True Blue Power batteries contain a large number of small lithium-iron Nanophosphate (LiFePO4) cells, wired in a combination of series and parallel circuits, to not only provide the required voltage but also to offer redundancy which accommodates the failure of an individual cell. These same cells are used in power grid applications, such as mining, to balance power needs.
Without going into a deep dive into lithium battery chemistry and construction, this technology provides higher power, longer life and a greater level of safety over other lithium battery technologies, including lithium-metal designs. Nanophosphate technology, patented by A123 Systems, Inc., is engineered nanoscale chemistry that can tolerate a wide variety of environmental conditions and still perform. In the unlikely event that an individual cell does have an issue, they generate significantly less heat, reducing the likelihood of a thermal runaway, which can occur with lithium metal-oxide designs.
For aircraft operators, that translates into more power and a dramatic increase in safety if an individual cell fails. This is one reason that True Blue Power designs meet the latest FAA requirements, including thermal runaway, drop impact tests, containment and many others. After personally experiencing a high-temperature exothermic event with a Ni-Cd aircraft battery, it is comforting to know that the True Blue Power battery design and monitoring make this a non-issue.
True Blue Power batteries can also offer substantial weight savings (60 pounds in the Cessna Citation Longitude application), and turbine engine starts as low as -40 Celsius. The low-temperature start is the result of a system that involves an integral heater in the battery. When the battery senses either a charge or a current draw as simple as the activation of a baggage or door light, the heater starts and warms the battery up to 0 Celsius. This process takes a maximum of 45 minutes at -40 Celsius. When you start your pre-flight, simply turn on any load or attach a GPU, for example, and the battery warms itself. The batteries also include a display panel with test switches for the pilot to monitor the condition of the battery.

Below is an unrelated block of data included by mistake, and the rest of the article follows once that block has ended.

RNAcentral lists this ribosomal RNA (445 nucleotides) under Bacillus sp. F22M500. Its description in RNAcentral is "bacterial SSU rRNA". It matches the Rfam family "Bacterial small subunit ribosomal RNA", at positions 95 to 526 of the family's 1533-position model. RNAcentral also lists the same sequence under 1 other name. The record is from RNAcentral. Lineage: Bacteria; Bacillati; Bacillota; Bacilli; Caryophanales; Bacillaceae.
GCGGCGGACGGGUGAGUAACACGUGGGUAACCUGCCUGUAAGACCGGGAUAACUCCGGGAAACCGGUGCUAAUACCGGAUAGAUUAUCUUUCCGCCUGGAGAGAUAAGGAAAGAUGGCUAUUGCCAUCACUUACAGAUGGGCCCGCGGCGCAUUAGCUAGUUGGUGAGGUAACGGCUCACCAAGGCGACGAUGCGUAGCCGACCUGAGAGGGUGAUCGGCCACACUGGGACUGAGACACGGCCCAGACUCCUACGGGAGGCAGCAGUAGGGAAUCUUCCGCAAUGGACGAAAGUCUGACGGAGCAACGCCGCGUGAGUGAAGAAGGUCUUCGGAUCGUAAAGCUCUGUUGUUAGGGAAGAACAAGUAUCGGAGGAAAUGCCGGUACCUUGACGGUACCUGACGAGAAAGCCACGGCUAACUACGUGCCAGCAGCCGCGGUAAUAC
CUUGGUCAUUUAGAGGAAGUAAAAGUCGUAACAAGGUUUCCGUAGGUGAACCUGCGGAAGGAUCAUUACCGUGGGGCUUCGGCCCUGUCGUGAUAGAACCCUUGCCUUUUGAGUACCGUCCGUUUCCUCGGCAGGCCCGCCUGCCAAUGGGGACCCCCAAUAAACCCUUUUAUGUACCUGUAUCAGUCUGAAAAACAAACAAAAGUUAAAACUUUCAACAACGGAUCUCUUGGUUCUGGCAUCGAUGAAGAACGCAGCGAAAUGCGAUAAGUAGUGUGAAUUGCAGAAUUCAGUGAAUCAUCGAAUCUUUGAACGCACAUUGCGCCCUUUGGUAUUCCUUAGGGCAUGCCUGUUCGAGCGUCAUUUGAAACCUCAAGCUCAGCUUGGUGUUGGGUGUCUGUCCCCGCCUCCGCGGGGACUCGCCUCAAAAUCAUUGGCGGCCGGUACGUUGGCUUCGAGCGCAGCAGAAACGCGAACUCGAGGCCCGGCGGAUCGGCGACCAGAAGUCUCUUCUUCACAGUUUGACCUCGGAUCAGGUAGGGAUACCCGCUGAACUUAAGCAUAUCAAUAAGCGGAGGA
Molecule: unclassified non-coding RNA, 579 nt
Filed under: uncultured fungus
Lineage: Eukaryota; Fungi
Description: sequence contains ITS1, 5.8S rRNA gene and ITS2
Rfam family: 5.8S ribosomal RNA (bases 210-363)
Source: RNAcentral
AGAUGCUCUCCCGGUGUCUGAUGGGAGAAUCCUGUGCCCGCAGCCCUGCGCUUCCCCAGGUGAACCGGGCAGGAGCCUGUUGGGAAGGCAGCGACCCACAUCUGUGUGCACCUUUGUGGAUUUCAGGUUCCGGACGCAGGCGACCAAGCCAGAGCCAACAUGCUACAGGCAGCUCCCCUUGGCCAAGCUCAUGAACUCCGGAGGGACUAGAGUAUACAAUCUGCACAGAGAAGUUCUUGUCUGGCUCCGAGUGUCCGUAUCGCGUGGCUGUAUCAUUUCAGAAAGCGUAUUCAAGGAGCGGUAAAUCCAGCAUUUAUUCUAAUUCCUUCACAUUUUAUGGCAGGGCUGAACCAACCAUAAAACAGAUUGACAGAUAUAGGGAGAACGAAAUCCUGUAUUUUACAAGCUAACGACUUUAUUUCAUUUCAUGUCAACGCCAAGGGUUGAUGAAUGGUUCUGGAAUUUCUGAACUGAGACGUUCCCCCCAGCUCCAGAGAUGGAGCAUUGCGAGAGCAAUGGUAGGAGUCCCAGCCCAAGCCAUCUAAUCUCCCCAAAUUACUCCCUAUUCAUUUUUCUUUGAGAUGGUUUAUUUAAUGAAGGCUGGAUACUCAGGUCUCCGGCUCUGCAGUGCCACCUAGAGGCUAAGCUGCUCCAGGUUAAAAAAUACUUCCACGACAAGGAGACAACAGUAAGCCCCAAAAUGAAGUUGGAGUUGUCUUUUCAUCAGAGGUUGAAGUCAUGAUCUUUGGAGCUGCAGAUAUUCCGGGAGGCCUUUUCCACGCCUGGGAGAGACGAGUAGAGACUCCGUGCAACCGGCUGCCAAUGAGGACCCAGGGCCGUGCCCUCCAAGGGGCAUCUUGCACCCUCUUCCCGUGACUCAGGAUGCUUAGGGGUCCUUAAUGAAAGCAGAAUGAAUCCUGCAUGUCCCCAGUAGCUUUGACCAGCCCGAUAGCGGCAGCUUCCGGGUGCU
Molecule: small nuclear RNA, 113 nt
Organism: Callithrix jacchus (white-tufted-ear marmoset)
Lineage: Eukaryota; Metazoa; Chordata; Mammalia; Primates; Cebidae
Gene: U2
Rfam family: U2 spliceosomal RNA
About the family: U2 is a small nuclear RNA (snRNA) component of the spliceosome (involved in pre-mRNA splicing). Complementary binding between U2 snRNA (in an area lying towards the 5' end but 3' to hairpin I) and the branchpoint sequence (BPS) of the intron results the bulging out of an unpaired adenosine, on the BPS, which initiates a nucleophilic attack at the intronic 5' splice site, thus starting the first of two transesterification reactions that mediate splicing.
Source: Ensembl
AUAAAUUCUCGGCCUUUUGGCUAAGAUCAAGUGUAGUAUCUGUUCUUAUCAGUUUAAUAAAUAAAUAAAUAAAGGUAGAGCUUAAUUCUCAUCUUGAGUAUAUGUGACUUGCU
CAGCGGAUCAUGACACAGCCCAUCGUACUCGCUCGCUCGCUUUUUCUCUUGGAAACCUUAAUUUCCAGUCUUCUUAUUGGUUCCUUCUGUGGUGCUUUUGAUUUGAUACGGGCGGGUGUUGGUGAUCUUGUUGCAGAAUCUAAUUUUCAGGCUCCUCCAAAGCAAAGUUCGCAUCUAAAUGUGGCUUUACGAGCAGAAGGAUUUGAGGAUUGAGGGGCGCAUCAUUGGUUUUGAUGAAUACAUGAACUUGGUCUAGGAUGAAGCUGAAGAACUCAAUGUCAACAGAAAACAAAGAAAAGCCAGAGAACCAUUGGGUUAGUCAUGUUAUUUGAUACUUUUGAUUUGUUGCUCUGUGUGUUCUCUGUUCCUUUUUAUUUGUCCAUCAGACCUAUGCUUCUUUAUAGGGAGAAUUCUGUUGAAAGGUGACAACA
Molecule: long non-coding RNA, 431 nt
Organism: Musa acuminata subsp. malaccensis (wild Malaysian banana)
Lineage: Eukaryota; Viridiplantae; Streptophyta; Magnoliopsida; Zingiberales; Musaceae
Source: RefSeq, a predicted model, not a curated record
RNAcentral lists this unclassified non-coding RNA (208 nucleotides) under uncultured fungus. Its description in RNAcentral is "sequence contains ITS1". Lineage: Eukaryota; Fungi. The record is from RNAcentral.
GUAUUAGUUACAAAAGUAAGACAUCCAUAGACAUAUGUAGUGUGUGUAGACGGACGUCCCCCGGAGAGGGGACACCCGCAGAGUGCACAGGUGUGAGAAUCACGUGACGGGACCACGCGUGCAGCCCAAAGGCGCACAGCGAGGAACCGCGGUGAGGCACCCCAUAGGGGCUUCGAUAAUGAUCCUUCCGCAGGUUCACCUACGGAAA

Maintenance Cost Reduction
The standard True Blue Power lithium batteries reduce maintenance costs with an extended battery capacity check of two years, while the Gen5 series only requires on-condition maintenance. The batteries also offer a significant increase in cycle-tolerance, designed for 10,000 cycles versus 500-800 for lead-acid or Ni-Cd, which makes them perfect for high-cycle operations such as skydiving, crop dusters, short-haul operators and helicopters. Coupled with the high-cycle lifespan is a rapid charge capability, with the ability to fully recharge in as little as 15 minutes. And when it comes time for a replacement, the solid cases are aluminum and easily recycled.
Price-wise, lithium-based batteries are more expensive than conventional alternatives. But when factoring full life-cycle costs and performance, they can be an attractive option for operators. The TB17 and TB44 have retail prices of $6,280 and $16,575, respectively. The new Gen5 series prices are $9,035 for the TB20, $13,435 for the TB30 and $17,835 for the TB40. More information can be found at www.truebluepowerusa.com.
Originaly published by Twin & Turbine